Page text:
Society & Lifestyle
|Society||Share This Page|
A Couple of Problems
|by Barbara Lewis|
Jenni Murray, presenter of the long-running BBC radio programme 'Women's Hour', and one of Britain's more prominent advocates of female independence, very reluctantly got married in 2003. Murray bought into an institution she regards as patriarchal in order to protect her partner of more than 20 years from paying a huge sum in inheritance tax, and losing their home, in case she died before him. (Married couples do not pay inheritance tax on a house inherited from their spouse in the event that one of them dies.)
Given the existing legal and fiscal situation, Murray felt marriage was the only option. With reference to her husband and sons, she said: "If I went, they would lose the family home. There was no way round it."
But recently she was quoted as saying, "Marriage is a patriarchal institution that does not help women. There should be a heterosexual partnership agreement that does not carry the baggage that marriage carries." Murray is part of a campaign for legally recognised civil partnership.
The Civil Partnership Act comes into force in December 2005. In introducing the Act, Britain will join nine other European Union countries and some states in the US and Australia in adopting legally recognised civil partnership registration. However, the Act only refers to same-sex couples.
The left-leaning Observer newspaper has taken up the cause of those who do not wish to marry and is campaigning for the same rights for cohabiting heterosexual couples as married couples enjoy and as same-sex couples will be able to secure once the Act comes into force.
When first proposed, the Civil Partnership Act was drafted to include heterosexuals; but the government has stood out against this on the grounds heterosexuals can opt for marriage.
As part of the Observer's campaign, Labour Member of Parliament Harry Barnes in February (2005) tabled an early day motion on Equal Treatment on Inheritance Taxes. (An early day motion is a British parliamentary procedure for raising an issue with a view to eliciting support from other MPs. Twenty-seven MPs, including Barnes, have signed the motion.)
"I prefer marriage but other people prefer civil partnership and others are gay. The state should treat such decisions and arrangements with respect and equality in the tax system. It would be ridiculous if two of the three main ways for people who wish to live together are treated equally but the other option is punished. I very much hope that the government sees this as a basic anomaly and corrects it forthwith," said Barnes.
His early day motion, tabled on February 21, said: "That this House strongly endorses the Observer newspaper's campaign to change the law on inheritance tax so that cohabiting heterosexual couples enjoy equal tax liabilities and burdens as same-sex couples and married heterosexual couples."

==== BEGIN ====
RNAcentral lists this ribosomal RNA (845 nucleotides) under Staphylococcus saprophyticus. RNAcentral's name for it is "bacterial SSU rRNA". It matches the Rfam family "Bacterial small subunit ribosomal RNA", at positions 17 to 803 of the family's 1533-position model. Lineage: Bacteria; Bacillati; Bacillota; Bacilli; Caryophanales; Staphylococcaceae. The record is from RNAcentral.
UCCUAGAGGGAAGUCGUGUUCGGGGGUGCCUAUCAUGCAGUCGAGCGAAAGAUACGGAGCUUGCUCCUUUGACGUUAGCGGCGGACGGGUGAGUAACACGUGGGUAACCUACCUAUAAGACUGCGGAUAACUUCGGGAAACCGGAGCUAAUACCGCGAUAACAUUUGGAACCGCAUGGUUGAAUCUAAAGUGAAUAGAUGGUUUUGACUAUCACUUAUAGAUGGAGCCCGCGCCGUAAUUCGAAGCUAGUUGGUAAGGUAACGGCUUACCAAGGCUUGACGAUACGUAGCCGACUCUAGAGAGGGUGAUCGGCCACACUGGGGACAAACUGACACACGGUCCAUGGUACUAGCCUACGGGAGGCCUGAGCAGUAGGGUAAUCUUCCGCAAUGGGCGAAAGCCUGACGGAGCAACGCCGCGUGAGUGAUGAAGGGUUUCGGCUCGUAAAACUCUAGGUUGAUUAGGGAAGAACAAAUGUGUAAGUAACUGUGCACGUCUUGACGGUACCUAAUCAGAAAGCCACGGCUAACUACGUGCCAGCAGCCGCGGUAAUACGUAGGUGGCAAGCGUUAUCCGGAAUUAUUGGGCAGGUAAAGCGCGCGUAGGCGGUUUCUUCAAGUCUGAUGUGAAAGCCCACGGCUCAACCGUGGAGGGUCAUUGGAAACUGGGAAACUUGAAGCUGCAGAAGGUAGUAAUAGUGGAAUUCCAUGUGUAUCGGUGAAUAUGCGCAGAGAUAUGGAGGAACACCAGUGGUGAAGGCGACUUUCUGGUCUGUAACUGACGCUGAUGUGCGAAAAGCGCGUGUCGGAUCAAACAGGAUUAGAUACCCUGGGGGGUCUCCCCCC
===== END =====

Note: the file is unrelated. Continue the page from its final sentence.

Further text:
It noted: "Rising property prices are making more people exposed to potential inheritance tax bills and unmarried partners are particularly vulnerable because of the way the rules work." And it called on the government "to take urgent action to remedy this unfair anomaly in the tax system".
The 2001 Census found there were just over 2 million cohabiting couples in England and Wales compared with more than 10 million married couples. According to figures compiled for the Observer by Halifax, a building society, up to 200,000 cohabiting couples could be at risk of having to pay hefty inheritance tax bills and in the worst cases, lose their homes if one of them dies.
Inheritance tax is not the only issue at stake and it is not only the relatively well off who have an interest in changing the law. There are other rights that are automatic for married couples, but which are far from automatic for those cohabiting.
The Citzens Advice Bureau (CAB), a charity that advises Britons on their rights, explains on its website that unmarried mothers have sole responsibility for their child unless they register the birth of the child together with the child's father; make a formal agreement with the father about the child; or there is a court order in favour of the father.
In contrast, married parents have joint parental responsibility that continues until the child is 18 years old. This is the case even if the parents separate or divorce. The vagueness of cohabitation is potentially a problem for both mothers and fathers if their relationship fails, as unmarried mothers have no guarantee of financial support and fathers face a thorny legal battle for contact with their children.
Relate, Britain's largest provider of relationship counselling, does not have a formal stance on equal rights for heterosexual couples who are not married, saying only that it applauds "commitment and stability within relationships, however it is expressed" and that it welcomes the Civil Partnership Act as recognition of the commitment of same-sex couples to one another.
One of Relate's counsellors, Christine Northam, says cohabitation can add to the pressures when a relationship comes under strain and not just because of financial or legal vagaries. "Problems can be aggravated by the rest of the family's approach towards cohabiting," she said. But when it comes to counselling, her experience is that the process is virtually the same as helping married couples and the couples often believe they are as good as married. "A lot of people just fall into cohabitation without necessarily thinking about it. They feel they are in a committed relationship," she said.
The problem is the law has yet to fully acknowledge that and many Britons have yet to wake up to the precariousness of their situation.
|More by : Barbara Lewis|
|Views: 1669 Comments: 0|
|Top | Society|